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What is the American dream?

For James Truslow Adams  — who coined the term in 1931 when he wrote The Epic of America —  it’s “that dream of a land in which life should be better and richer and fuller for everyone, with opportunity for each according to ability or achievement.”

For Thomas Wolfe, it’s that “… every [person], regardless of [their] birth … [has] the right to live, to work, to be [themselves], and to become whatever thing [their] vision can combine to make [them].”

For me? It’s both.

Yet for many Americans in the manufacturing sector it’s becoming increasingly more elusive, regardless of its definition.

Recently, the Information Technology & Innovation Foundation (ITIF) released a report titled The Myth of America’s Manufacturing Renaissance.

In it, the ITIF states that while “most pundits and commentators [would have you believe] U.S. manufacturing has turned a corner and is roaring back after the precipitous decline during the 2000s … the data do not support such a rosy scenario.”

To support this conclusion, the ITIF compares two figures: the growth in GDP from 2007 – 2013 and the growth of manufacturing valued added over that same period.


In the table above, taken from the report, all you have to do to understand why the American Dream is elusive for those in manufacturing is look at the fact that GDP grew 5.6% while manufacturing valued added declined by 3.2%.

Though manufacturing unemployment has dropped from 12.6% to 5.3% in the last 5 years, the general health of America’s manufacturing base is weak.

To quote American Made Matters Founder and President, Don Rongione, “An economy without a strong manufacturing base will struggle to retain its wealth and to create jobs and opportunities for a better future. Loss of manufacturing means loss of independence, increased product safety concerns, weaker local communities and more citizens in need.”

So, what can we do? How can we strengthen that base?

By being self-interested.

In 1840, Alexis de Tocqueville released the second volume of the French classic De la démocratie en Amérique, or Democracy in America.

In Chapter VIII of this volume, Tocqueville introduces the principle of “self-interest rightly understood” — commonly referred to as enlightened self-interest — and how the Americans use it to combat the aristocratic individualism that Tocqueville saw in his native France.

To Tocqueville, “Americans were fond of explaining all of the actions of their lives by the principle of self-interest rightly understood; … [showing] with complacency how an enlightened regard for themselves constantly prompts them to assist one another and inclines them willingly to sacrifice a portion of their time and property to the welfare of the state.”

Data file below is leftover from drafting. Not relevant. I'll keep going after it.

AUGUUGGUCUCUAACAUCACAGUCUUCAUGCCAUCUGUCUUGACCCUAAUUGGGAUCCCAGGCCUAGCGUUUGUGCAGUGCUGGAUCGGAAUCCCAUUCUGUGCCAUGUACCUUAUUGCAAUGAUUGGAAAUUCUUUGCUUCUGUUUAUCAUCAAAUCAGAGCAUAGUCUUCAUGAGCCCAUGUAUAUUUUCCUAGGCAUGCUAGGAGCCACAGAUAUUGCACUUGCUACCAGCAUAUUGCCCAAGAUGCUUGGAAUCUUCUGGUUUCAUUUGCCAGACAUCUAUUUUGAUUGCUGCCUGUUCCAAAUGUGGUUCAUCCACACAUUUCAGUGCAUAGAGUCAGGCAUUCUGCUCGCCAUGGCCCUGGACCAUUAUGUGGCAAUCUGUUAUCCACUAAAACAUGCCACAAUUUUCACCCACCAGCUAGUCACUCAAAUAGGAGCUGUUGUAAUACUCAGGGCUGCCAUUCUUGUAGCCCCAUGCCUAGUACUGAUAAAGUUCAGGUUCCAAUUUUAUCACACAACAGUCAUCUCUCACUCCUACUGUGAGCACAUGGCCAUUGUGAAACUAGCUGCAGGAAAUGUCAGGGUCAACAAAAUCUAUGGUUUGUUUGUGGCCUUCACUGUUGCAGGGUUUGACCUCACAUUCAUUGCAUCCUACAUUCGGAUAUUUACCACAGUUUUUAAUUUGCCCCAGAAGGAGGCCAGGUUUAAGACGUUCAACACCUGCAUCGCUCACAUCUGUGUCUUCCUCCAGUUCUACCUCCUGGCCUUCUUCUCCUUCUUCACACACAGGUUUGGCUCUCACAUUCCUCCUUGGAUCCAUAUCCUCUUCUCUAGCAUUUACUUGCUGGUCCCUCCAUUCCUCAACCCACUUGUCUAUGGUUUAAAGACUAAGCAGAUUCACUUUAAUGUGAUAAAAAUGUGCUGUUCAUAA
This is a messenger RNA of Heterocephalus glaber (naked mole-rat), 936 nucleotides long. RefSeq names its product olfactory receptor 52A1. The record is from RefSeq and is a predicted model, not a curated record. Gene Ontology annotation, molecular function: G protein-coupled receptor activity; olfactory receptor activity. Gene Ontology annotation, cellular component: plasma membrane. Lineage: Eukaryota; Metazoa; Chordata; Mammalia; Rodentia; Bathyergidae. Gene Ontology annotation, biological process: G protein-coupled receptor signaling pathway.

In the 19th century, enlightened self-interest was not just “popular” with Americans, as Tocqueville noted, but vital to the future security of the independence they won a little over 50 years prior.

Today, its seem to have lost the universal acceptance it once had and one of the many consequences has been the weakening of America’s manufacturing base, and with that, the weakening of the American Dream.

Through small acts of self-denial — like opting for an American-made product over one that’s foreign-made and costs less — we can achieve a revival of enlightened self-interest, a principle Tocqueville was not afraid to characterize as both “the best suited of all philosophical theories to the wants of the [people] of our time” and “chief remaining security against themselves.”

Remember: For every $1 spent on American manufacturing, another $1.35 is added to our economy; for every 1 manufacturing job, another 3 are created; and if every American spent just 5% more on American-made goods, we could create 1,000,000 more jobs.

When you choose American, you’re not only making an investment in yourself, but your fellow American, while laying the foundation for a renewal of the American Dream for many that have lost hope throughout the years.

In closing, I’ll leave you with these words from Herman Melville: “A thousand fibers connect us with our [fellow American]; and among those fibers, as sympathetic threads, our actions run as causes, and they come back to us as effects.”

By: Houston Barnett-Gearhart